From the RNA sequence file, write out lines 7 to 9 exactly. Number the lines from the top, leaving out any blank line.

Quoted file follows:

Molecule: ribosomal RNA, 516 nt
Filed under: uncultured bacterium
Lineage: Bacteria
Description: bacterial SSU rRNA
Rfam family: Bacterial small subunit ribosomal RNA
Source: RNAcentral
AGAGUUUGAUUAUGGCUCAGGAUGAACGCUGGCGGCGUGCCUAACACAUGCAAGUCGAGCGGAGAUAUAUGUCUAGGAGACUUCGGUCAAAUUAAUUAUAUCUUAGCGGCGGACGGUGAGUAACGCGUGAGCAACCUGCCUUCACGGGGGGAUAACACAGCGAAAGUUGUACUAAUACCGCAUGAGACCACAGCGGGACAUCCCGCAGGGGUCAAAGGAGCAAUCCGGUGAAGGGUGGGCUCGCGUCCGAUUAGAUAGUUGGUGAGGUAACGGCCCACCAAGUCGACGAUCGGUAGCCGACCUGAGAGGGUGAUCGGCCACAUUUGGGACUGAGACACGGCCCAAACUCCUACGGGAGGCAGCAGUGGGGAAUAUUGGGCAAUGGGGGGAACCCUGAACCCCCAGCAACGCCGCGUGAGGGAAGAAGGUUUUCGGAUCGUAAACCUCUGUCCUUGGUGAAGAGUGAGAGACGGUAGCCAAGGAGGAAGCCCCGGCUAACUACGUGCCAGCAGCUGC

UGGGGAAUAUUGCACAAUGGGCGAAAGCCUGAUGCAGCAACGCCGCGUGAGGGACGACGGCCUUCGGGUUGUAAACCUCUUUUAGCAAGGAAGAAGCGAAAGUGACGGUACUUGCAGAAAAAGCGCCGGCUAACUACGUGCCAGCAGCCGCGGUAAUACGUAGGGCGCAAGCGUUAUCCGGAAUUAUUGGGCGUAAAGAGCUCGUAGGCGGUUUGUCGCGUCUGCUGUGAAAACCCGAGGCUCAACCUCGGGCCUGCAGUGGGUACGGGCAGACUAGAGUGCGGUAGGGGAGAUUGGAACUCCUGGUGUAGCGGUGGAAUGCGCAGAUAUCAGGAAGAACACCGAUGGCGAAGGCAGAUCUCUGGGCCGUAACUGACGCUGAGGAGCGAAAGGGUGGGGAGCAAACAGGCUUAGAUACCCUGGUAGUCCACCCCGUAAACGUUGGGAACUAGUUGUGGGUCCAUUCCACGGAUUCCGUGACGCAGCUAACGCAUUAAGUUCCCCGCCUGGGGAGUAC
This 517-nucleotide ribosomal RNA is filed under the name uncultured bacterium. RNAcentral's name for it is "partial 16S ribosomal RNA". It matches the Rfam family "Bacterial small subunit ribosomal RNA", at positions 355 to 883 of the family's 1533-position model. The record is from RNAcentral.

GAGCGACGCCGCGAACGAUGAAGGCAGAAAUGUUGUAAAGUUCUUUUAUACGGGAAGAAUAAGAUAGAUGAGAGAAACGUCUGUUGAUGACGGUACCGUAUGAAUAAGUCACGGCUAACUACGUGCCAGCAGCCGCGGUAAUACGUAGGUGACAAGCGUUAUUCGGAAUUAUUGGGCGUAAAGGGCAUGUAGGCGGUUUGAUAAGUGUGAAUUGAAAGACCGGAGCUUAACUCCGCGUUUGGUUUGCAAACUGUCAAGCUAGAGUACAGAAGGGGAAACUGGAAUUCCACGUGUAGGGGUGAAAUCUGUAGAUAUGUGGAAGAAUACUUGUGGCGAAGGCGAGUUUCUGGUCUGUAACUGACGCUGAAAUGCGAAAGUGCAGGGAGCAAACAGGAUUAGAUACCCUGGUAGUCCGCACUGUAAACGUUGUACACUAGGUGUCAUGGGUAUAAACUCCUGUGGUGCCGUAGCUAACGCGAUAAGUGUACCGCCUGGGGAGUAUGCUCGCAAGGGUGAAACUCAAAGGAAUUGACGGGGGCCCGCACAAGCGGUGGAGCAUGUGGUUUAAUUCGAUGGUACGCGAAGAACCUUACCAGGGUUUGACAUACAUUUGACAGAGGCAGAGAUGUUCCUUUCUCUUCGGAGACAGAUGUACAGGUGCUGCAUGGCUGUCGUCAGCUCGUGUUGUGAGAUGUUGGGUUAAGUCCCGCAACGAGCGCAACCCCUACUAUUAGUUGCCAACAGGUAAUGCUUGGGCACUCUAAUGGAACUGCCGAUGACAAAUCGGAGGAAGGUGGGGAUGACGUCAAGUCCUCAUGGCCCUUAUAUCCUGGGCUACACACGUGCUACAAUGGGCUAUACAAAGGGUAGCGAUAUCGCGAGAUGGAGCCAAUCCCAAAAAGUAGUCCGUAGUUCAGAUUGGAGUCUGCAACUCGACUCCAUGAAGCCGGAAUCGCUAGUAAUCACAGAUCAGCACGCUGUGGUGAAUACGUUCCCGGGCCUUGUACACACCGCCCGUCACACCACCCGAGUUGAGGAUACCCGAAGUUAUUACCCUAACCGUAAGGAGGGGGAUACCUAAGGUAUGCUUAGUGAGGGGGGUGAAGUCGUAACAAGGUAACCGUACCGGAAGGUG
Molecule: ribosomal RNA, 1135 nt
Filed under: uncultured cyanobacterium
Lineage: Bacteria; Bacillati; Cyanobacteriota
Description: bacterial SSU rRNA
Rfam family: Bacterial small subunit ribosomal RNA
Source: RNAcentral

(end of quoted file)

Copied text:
AGAGUUUGAUUAUGGCUCAGGAUGAACGCUGGCGGCGUGCCUAACACAUGCAAGUCGAGCGGAGAUAUAUGUCUAGGAGACUUCGGUCAAAUUAAUUAUAUCUUAGCGGCGGACGGUGAGUAACGCGUGAGCAACCUGCCUUCACGGGGGGAUAACACAGCGAAAGUUGUACUAAUACCGCAUGAGACCACAGCGGGACAUCCCGCAGGGGUCAAAGGAGCAAUCCGGUGAAGGGUGGGCUCGCGUCCGAUUAGAUAGUUGGUGAGGUAACGGCCCACCAAGUCGACGAUCGGUAGCCGACCUGAGAGGGUGAUCGGCCACAUUUGGGACUGAGACACGGCCCAAACUCCUACGGGAGGCAGCAGUGGGGAAUAUUGGGCAAUGGGGGGAACCCUGAACCCCCAGCAACGCCGCGUGAGGGAAGAAGGUUUUCGGAUCGUAAACCUCUGUCCUUGGUGAAGAGUGAGAGACGGUAGCCAAGGAGGAAGCCCCGGCUAACUACGUGCCAGCAGCUGC

UGGGGAAUAUUGCACAAUGGGCGAAAGCCUGAUGCAGCAACGCCGCGUGAGGGACGACGGCCUUCGGGUUGUAAACCUCUUUUAGCAAGGAAGAAGCGAAAGUGACGGUACUUGCAGAAAAAGCGCCGGCUAACUACGUGCCAGCAGCCGCGGUAAUACGUAGGGCGCAAGCGUUAUCCGGAAUUAUUGGGCGUAAAGAGCUCGUAGGCGGUUUGUCGCGUCUGCUGUGAAAACCCGAGGCUCAACCUCGGGCCUGCAGUGGGUACGGGCAGACUAGAGUGCGGUAGGGGAGAUUGGAACUCCUGGUGUAGCGGUGGAAUGCGCAGAUAUCAGGAAGAACACCGAUGGCGAAGGCAGAUCUCUGGGCCGUAACUGACGCUGAGGAGCGAAAGGGUGGGGAGCAAACAGGCUUAGAUACCCUGGUAGUCCACCCCGUAAACGUUGGGAACUAGUUGUGGGUCCAUUCCACGGAUUCCGUGACGCAGCUAACGCAUUAAGUUCCCCGCCUGGGGAGUAC
This 517-nucleotide ribosomal RNA is filed under the name uncultured bacterium. RNAcentral's name for it is "partial 16S ribosomal RNA". It matches the Rfam family "Bacterial small subunit ribosomal RNA", at positions 355 to 883 of the family's 1533-position model. The record is from RNAcentral.